I went into a store and I made a purchase.  The cashier asked for the credit card.  I gave it to her.  She saw that it was not signed so she asked me to sign it.  I signed it.  She then ran it through the credit card machine, gave me the credit card slip, asked me to sign it.  I signed it.  And she then compared the two signatures…


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The NeuroLeadership Summit Collection


Excerpt from "Perfect Just as You Are" with Pema Chodron

Excerpt from Pema Chodron's "Don't Bite the Hook"

We are delighted to share with you this transcribed excerpt from Pema Chodron's fantastic book Don't Bite the Hook.  In it, she talks about the importance of working with anger -- something so many of us would rather avoid!  

So -- what is the significance of the teaching on how to work with anger?

Well, it has tremendous significance because again and again, whenever we’re challenged, there is opportunity to open to the difficulty and let the difficulty make us more compassionate, more wise. Or the opposite, which is that when things are difficult, the chances instead of it making us more afraid and therefore more vulnerable or more subject to being able to catch the anxiety in the atmosphere and spin off into wanting to protect ourselves and our loved ones, and the tendency for aggression to escalate and violence to escalate under challenge is much greater.

I wanted to begin by giving the Dharma talks on the sixth chapter of Shanti Deva -- chapter on working with anger.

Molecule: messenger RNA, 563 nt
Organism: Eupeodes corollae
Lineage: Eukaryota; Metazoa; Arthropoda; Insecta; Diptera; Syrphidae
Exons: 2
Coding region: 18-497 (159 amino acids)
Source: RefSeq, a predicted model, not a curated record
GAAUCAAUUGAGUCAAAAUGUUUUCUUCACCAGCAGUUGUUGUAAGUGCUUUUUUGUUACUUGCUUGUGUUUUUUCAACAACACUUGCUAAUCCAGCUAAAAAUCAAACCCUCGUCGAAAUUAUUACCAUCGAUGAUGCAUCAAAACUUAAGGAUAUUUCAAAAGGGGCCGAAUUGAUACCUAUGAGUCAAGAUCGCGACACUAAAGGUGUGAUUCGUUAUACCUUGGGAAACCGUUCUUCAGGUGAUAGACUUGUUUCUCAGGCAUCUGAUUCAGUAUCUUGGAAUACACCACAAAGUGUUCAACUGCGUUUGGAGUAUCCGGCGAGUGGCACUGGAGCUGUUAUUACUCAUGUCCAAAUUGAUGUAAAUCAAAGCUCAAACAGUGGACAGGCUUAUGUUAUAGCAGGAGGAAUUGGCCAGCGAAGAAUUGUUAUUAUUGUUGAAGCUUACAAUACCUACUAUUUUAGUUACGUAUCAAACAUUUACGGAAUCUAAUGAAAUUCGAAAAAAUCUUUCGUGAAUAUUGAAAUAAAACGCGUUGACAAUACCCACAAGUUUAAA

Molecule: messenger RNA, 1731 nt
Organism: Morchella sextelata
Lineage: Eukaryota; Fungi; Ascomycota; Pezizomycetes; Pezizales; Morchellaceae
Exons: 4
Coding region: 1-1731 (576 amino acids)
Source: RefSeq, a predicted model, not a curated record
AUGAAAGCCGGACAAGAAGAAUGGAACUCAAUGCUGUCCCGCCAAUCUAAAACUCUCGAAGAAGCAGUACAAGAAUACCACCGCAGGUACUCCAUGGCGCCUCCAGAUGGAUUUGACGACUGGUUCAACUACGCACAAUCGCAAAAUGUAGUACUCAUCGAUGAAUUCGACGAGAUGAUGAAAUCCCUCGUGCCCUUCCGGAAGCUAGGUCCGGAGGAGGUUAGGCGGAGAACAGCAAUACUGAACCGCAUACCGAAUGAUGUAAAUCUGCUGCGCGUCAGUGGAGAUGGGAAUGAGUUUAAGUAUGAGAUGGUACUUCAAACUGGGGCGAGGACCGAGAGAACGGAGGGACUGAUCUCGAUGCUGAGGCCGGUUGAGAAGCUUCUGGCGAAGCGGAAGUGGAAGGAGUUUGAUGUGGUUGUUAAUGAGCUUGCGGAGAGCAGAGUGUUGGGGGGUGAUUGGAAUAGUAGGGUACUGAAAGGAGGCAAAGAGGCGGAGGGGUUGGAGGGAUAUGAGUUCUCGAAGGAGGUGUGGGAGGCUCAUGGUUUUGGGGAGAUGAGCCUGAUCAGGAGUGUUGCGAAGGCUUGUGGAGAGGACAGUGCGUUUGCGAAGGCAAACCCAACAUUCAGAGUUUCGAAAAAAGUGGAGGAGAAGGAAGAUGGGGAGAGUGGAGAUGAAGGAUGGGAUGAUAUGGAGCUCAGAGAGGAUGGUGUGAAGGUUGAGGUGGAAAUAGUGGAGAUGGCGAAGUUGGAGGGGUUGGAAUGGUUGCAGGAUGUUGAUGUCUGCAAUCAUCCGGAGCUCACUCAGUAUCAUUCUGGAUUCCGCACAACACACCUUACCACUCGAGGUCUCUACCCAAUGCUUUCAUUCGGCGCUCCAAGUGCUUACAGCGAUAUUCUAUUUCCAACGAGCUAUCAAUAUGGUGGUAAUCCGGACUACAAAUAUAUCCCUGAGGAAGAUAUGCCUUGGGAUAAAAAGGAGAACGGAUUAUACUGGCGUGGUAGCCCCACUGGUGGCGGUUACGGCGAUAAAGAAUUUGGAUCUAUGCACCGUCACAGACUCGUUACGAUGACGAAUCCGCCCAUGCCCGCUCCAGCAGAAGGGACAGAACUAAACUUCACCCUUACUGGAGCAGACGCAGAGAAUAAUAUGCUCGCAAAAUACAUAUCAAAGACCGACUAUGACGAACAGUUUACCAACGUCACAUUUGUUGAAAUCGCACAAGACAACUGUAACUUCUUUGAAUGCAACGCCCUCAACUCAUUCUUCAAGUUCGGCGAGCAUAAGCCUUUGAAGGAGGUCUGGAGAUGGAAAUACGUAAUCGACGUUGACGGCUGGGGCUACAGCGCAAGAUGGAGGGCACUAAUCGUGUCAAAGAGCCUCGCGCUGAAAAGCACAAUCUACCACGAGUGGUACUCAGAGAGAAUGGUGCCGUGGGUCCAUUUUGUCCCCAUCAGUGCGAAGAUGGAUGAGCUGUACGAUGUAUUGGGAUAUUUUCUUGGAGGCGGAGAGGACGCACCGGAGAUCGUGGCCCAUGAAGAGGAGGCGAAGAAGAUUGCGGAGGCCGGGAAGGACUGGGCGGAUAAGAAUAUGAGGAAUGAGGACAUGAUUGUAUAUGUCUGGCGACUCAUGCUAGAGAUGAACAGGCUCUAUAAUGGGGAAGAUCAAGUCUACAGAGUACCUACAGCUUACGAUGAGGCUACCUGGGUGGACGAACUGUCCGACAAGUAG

So, for Shanti Deva teaching as he did in the eighth century in India a long, long time ago, to Yolanda University in India to a entire packed audience of celibate monks, you might wonder what the relevance of such a teaching would be today, and all I can say is at the level of human neurosis, nothing has changed much. And so what he has to say and the way he… you’ll see, it actually has humor in it where he keeps pointing out example after example of our foibles of how we justify our anger and all the many, many situations that make us angry. But it’s more than just like losing our temper or something. We’re talking now about finding ourselves in a situation where many, many people are feeling more vulnerable and the situation is more volatile. And so, it might be that in the years to come, you might look back and think of it as something like, that was teaching. That was really -- because I have started to use it every day of my life in difficult situations -- has made it possible for me to be become more compassionate, to become more tenderhearted and loving rather than more afraid and full of aggression and wanting to strike out and protect me and mine. You might just look back and say, “This was really important” because right now the key thing is whether it was a difficult situation in the world or not; it’s to use the difficult situations of everyday life to wake us up, to awaken our compassion. To make us feel our kinship with each other rather than to buy into polarization. So Shanti Deva says a lot about our mindset. The mindset of friend and foe. Like and dislike. For me and against me. And how that very mechanism of buying so tightly into this notion of the good people and the bad people -- the ones that I like and the ones I don’t like and how we get so invested in this and how this is  “the kindling” or “the fuel” for anger and aggression to escalate. So from this point of view, the teachings are on non-violence and on non-aggression. And you could think of that as a synonym for the word patience.